Dozens of children close to someone diagnosed with motor neurone disease (MND) have been supported to create, capture and store memories in the year since West Yorkshire charity The Nick Smith Foundation launched their Memory Box project.
The organisation came together with the MND Association to produce the Treasure and Memory Boxes which were 18-months in development with the first distributed last summer.
They include activities for families to help ensure facts, moments and thoughts are stored pre-bereavement so that when the worst happens, children are able to use what they have stored to remember the parent, grandparent or loved one they have lost.
Every year, 2,000 people are diagnosed with MND, a rapidly progressing disease that affects the brain and spinal card. There is little treatment and no cure. A third of die within a year, and half within two years.
In 2017, Nick Smith died just 101 days after being diagnosed with MND. He was 38 and had two young children. They have been involved in putting together the Boxes based on their experiences and the charity founded in his memory has co-funded the project with the MND Association.
In the year since they were launched:
- 41 Treasure Boxes, for children aged under 10, have been sent out
- 24 Memory Boxes, for children aged 10 and over, have been sent out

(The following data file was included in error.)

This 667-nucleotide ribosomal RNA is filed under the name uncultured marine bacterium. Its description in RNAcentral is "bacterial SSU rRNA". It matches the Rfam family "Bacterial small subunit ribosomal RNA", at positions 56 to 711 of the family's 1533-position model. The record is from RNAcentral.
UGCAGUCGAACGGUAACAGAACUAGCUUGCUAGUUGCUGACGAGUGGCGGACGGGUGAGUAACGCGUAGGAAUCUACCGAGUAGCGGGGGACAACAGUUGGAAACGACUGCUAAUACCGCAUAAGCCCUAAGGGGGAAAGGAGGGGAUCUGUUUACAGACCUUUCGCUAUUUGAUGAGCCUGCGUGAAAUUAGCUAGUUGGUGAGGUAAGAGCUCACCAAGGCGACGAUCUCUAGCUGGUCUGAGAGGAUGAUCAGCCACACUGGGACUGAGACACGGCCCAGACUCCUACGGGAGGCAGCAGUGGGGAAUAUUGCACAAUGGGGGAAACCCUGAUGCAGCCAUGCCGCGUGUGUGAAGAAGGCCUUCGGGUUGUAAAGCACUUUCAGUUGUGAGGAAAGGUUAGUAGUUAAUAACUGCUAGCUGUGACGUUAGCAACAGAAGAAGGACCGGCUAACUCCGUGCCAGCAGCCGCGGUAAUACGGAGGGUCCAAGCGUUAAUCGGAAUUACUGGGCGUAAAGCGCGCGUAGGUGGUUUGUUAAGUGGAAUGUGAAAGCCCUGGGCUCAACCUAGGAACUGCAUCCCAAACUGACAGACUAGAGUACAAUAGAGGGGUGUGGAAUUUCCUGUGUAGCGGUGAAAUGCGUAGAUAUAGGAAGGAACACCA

They have been distributed across England and Wales and some of the 65 families supported have said how much difference the Boxes have made:
“We didn’t realise just how much we needed to do something like this as a family.”
“It has helped us as a family to begin some pretty difficult conversations in a safe way.”
“Should be offered to all those who want one, a lovely sentiment and something to keep forever.”
Stephen Naylor, Chair of The Nick Smith Foundation, said:
“The Memory and Treasure Boxes are beautiful, thought-provoking and much-needed. We are thankful for everyone’s support of our charity and the MND Association which has allowed them to be developed, produced and distributed to support so many families in our first pilot year.
Rachel Smith, Nick’s wife and Patron of The Nick Smith Foundation, said:
“We miss Nick every day and we will remember him always, but I wish we had received a Box like this when he was diagnosed so our children, Hadyn and Georgia, could have captured more thoughts and memories while we could.
“Knowing other young people will be able to do this as they face the death of a parent, something no child should have to face, makes us incredibly proud.”